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On the morning of Nov. 19, Marvin Williamson was 41 years into a life sentence for killing a man as a teenager in 1967.

By late afternoon, he was several hours into freedom, bending his 6-foot-3-inch frame to fit into an old friend's comfortably cramped living room in Baltimore's Pen Lucy neighborhood.

He had been unceremoniously set loose from the Hagerstown correctional facility after a brief hearing in Baltimore Circuit Court, when Judge Marcus Shar modified his prison term by suspending all but the time he had served.

"I've agonized over this, because I do not find this easy. For someone who has been found guilty of taking another's life, the thought of releasing them has not rested easy with me," Shar said. But, he concluded, "if there is such a thing as rehabilitation in our system ... I am convinced that this is the right thing to do."

In jail, Williamson got sober. He learned to read and write and earned his eighth-grade certification, then his high school GED. He became a working man and gathered skills in nearly every vocational area the Maryland correctional system offers, including wood shop, metal shop and sanitation. He most recently worked as a master upholsterer, a designation gained after completing 12,480 hours of skills training.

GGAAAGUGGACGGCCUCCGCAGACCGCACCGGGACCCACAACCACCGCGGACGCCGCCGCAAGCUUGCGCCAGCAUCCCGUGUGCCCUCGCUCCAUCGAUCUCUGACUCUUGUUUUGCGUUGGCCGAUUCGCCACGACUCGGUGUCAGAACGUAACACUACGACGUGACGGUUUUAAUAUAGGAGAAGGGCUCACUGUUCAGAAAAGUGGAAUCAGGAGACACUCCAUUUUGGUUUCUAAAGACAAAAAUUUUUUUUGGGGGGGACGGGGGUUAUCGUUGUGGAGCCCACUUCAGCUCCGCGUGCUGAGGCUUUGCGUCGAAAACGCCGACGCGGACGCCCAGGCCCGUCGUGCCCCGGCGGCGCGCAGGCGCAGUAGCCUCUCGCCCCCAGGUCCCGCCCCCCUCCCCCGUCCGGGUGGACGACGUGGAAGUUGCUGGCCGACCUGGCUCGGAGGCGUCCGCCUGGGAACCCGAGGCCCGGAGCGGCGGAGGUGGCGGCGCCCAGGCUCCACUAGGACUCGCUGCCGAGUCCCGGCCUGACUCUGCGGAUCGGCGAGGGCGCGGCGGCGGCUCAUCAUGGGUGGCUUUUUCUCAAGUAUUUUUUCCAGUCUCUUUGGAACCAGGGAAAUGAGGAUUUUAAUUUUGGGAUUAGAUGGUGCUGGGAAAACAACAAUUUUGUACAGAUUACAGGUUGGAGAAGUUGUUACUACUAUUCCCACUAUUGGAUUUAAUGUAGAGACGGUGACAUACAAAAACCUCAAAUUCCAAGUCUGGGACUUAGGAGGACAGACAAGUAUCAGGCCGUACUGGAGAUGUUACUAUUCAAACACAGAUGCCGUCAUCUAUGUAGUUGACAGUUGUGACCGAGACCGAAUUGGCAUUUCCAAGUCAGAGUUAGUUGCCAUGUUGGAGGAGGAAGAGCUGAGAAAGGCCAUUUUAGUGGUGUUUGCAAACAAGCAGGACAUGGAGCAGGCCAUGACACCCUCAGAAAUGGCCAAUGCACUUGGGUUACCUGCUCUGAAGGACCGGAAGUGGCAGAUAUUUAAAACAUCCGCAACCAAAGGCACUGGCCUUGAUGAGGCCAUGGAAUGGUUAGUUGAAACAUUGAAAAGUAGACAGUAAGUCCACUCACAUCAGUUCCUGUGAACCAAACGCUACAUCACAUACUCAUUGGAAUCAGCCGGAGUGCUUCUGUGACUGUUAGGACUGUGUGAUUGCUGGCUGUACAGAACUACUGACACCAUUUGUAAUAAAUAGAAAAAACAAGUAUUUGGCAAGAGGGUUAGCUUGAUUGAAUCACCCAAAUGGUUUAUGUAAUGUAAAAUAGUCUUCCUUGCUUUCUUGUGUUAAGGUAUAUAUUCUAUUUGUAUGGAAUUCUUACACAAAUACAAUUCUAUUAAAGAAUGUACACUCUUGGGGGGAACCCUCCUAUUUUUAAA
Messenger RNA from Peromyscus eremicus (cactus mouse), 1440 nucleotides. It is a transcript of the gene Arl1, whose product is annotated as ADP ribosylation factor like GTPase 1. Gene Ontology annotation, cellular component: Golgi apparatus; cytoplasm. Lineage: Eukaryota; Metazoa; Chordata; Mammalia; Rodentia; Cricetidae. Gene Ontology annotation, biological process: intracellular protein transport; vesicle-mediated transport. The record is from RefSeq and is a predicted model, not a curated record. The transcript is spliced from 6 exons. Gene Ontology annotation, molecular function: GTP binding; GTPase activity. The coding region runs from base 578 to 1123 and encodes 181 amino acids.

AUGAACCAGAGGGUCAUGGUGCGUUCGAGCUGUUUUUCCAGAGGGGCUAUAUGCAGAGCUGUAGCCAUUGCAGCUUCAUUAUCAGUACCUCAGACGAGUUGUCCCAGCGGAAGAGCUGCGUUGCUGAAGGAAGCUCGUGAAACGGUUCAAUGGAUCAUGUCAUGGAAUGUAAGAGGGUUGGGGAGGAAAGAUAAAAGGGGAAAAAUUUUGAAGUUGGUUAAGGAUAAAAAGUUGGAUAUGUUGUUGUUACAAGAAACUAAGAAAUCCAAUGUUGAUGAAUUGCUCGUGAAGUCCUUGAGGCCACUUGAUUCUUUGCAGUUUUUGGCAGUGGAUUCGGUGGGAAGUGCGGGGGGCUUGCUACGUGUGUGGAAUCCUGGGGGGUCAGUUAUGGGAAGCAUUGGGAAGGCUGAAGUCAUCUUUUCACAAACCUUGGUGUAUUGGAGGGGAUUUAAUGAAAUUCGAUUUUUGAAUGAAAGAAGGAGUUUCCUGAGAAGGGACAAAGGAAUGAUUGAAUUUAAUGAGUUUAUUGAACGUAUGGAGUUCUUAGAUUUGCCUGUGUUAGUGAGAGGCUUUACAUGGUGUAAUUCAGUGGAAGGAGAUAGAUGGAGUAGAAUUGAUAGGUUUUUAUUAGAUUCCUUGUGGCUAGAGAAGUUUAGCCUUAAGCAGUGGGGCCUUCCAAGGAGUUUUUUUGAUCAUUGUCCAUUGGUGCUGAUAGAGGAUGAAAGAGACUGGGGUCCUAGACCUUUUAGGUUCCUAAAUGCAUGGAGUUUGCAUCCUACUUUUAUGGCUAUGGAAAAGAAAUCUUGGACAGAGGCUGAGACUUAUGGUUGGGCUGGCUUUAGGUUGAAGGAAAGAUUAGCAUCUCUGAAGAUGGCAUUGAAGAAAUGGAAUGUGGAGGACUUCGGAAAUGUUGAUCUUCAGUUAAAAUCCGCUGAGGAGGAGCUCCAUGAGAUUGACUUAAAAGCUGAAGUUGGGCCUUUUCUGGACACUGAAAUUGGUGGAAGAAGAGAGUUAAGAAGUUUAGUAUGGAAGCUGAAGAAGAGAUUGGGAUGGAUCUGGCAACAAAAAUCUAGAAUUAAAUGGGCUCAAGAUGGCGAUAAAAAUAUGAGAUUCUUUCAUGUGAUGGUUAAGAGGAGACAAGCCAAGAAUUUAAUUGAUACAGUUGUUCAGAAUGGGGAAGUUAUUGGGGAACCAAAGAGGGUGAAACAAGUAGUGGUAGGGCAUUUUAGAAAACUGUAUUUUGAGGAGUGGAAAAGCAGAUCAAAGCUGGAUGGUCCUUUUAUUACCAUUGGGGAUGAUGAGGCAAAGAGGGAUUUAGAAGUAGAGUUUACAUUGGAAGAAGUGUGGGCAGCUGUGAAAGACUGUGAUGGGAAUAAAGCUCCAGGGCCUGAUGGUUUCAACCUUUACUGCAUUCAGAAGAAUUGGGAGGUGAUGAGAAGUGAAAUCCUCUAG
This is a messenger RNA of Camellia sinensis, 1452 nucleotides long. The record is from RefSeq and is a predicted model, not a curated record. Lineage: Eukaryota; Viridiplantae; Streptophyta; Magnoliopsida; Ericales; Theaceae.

He grew up, and he grew better, fulfilling a promise he made to himself when he went in.

"He is a model inmate and one which others should emulate," a shift sergeant wrote in a letter to the court, one of many that helped convince the judge that Williamson deserved a second chance at life, despite the gravity of his crime.

Justice, Shar determined, had been served.

And so, after having been recommended for parole five times to no avail - each instance either ignored or denied by the sitting governor, whose approval is required - Williamson was let out, effective immediately. But if he slips up, he could be remanded back for the full term.